|Lowest Recommended Age:||Mature High Schooler|
|Violence/Scariness:||Extended battle violence with many characters and animals killed, children tortured and killed|
|Diversity Issues:||A theme of the movie, strong female characters|
|Movie Release Date:||June 1, 2012|
In 1926, the atheist President of Mexico Plutarco Elias Calles (Rubén Blades) decided to secularize the country by edict. He deported non-Mexican priests and prohibited the remaining priests from appearing outside of the churches in their cassocks. Rebels fought back, at first with peaceful protests and then with increasing force until it became an armed conflict known as the Cristero War or Christiada. This film, financed in part by the Catholic fraternal society The Knights of Columbus, is a faith-based and often heavy-handed retelling of the story, focusing on characters who have since been recognized by the church as martyrs and canonized.
Andy Garcia and Oscar Isaac bring some depth and dignity to a script that is sincere but clunky. Garcia plays Enrique Gorostieta Velarde, a non-believer married to a devout woman (Eva Longoria) and a former general now painfully under-employed as a manager at a soap factory. When the Cristeros offer him the job of commanding their troops, he accepts because he wants to do the work he was born for, because it will please his wife, and because, he discovers, he would like to believe in something. One of his biggest challenges is winning the respect of the Cristero’s legendary fighter, Victoriano Ramirez (Isaac), known as “El Catorce” because he defeated fourteen of the President’s army by himself. Rodriguez plays one of the women who played key roles in transporting guns and ammunition.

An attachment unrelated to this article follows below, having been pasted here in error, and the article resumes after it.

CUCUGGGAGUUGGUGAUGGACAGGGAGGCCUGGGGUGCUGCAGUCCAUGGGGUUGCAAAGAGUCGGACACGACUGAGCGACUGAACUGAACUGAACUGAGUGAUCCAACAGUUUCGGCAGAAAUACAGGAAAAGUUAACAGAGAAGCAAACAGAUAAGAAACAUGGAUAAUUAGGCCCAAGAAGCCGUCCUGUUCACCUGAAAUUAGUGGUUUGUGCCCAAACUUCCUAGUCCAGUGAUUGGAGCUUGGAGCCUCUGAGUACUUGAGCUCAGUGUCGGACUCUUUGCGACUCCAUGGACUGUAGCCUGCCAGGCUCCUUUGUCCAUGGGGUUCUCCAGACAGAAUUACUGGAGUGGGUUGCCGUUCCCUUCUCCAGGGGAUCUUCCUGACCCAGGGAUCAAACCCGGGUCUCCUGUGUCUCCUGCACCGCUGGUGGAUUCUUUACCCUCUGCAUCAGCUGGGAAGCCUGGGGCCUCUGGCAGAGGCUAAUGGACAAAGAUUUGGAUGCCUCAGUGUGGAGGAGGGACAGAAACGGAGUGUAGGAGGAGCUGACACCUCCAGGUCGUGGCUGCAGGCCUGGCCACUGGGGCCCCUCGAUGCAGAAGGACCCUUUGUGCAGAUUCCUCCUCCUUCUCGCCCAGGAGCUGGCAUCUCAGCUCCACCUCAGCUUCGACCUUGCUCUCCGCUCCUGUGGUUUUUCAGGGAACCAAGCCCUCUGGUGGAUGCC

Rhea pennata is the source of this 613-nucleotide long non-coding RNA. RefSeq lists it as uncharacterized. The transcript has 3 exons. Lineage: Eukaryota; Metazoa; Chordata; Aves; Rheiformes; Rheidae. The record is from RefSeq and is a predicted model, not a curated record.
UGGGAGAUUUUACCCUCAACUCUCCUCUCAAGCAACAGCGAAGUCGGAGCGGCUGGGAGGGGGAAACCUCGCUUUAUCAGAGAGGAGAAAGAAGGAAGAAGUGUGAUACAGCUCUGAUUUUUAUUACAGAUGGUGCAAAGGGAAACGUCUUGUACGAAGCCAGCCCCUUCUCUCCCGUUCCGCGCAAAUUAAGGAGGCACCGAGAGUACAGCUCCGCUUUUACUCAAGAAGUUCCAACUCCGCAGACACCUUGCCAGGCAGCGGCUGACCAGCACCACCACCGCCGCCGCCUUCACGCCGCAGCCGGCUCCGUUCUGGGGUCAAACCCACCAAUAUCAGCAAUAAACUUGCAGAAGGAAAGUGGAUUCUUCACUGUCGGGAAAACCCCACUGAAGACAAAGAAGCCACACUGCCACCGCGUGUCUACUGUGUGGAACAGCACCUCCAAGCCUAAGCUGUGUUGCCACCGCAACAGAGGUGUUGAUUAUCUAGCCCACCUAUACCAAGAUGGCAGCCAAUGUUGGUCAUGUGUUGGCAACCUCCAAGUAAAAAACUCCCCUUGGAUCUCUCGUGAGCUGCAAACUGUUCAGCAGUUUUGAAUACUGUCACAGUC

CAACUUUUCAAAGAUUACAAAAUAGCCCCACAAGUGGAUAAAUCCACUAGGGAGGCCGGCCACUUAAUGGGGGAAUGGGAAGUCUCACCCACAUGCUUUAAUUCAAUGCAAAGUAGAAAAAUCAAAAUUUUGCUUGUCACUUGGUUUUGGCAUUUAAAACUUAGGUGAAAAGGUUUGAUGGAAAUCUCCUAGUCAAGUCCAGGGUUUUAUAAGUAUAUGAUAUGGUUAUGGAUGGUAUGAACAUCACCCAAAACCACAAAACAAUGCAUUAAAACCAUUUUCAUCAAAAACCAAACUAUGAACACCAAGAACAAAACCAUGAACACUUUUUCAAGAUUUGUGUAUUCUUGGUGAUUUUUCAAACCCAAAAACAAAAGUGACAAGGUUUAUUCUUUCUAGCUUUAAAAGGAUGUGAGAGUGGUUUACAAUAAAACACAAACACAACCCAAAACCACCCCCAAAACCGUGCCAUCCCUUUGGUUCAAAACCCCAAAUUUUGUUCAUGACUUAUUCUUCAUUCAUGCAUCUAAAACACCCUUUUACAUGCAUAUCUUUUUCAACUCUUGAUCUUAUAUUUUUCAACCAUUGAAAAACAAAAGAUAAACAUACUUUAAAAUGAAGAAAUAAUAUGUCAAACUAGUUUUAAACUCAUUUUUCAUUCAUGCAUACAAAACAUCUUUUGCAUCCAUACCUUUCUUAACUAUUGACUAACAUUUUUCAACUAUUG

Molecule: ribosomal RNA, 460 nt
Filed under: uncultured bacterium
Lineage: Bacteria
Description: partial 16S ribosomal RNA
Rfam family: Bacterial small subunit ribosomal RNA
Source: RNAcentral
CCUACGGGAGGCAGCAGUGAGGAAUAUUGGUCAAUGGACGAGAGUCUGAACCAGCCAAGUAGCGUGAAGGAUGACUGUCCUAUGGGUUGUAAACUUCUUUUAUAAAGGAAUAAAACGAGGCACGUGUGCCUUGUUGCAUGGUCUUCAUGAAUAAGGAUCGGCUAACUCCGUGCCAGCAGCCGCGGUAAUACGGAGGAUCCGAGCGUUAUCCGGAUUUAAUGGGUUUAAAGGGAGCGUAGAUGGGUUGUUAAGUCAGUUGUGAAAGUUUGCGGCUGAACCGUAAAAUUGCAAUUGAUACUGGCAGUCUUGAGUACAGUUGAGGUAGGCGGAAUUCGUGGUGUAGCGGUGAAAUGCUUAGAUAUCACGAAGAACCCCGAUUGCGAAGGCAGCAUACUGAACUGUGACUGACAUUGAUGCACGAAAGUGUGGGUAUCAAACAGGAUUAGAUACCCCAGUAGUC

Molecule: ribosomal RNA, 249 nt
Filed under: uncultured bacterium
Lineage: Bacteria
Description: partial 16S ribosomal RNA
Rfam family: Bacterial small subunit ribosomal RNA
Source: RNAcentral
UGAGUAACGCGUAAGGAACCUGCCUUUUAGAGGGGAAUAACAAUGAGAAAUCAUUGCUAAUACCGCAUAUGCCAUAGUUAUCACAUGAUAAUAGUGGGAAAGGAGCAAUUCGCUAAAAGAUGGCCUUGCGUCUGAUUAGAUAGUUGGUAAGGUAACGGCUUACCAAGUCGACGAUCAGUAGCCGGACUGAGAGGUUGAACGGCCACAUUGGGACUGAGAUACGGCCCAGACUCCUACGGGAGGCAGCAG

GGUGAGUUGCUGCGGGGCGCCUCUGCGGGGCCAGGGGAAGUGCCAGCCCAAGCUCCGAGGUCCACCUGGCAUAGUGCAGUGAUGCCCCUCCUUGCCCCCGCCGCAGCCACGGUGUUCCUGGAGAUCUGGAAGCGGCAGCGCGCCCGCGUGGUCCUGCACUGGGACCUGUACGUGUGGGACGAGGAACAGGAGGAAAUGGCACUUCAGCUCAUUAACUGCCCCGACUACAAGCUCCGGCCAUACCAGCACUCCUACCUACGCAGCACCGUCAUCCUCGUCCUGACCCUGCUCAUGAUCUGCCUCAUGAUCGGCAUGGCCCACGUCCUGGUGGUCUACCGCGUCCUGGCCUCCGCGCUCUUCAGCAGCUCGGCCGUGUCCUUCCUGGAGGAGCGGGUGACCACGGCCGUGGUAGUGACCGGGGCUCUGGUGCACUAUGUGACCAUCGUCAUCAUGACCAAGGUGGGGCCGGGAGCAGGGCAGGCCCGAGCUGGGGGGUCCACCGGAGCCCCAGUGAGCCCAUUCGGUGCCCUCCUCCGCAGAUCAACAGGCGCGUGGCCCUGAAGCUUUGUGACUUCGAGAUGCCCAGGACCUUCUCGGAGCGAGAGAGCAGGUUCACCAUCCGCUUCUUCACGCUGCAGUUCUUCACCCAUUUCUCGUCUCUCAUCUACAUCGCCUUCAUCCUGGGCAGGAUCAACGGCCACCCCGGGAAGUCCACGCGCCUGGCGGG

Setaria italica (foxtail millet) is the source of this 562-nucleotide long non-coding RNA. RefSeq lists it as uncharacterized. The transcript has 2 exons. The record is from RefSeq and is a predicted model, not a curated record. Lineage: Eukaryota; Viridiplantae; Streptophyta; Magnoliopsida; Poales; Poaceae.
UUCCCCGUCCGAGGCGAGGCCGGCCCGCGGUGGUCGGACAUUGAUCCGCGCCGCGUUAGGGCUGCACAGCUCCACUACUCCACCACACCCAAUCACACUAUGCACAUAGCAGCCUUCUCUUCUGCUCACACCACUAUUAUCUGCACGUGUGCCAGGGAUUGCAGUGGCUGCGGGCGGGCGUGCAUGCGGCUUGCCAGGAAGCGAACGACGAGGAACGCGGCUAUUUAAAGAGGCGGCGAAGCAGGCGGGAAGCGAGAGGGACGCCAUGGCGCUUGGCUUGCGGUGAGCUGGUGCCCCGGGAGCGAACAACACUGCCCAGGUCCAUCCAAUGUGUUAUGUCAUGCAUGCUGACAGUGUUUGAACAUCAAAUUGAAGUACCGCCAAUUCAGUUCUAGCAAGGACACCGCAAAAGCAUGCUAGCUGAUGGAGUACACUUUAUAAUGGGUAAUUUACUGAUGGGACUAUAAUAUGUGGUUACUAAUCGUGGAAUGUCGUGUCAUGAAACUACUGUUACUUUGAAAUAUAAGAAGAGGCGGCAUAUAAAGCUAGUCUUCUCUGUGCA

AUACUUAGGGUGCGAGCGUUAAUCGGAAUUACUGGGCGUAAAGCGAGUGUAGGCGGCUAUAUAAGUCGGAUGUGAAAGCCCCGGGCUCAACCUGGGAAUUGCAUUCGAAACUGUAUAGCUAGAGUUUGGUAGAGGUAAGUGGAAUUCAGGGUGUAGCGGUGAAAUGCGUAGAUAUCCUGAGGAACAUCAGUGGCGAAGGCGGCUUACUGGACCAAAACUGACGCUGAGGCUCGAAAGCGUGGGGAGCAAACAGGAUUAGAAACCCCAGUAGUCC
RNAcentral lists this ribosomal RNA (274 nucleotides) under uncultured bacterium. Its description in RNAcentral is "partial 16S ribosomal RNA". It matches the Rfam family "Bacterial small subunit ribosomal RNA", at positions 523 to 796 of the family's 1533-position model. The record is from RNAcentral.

The battle scenes are impressively staged and there are some affecting moments, but it assumes a level of belief and commitment on the part of its audience that may not apply to those who are not familiar with Catholic teachings. Ultimately, it is closer to worship than story-telling, more likely to validate believers than to engage new hearts.
Parents should know that this film has extended battle violence with many characters and animals injured and killed, graphic and disturbing images, and a harrowing scene of a child who is tortured and killed.
Family discussion: How does the quote at the beginning of the movie relate to the story? How did participating in the fight change the general’s mind about God?
If you like this, try: “The Mission” and “Braveheart”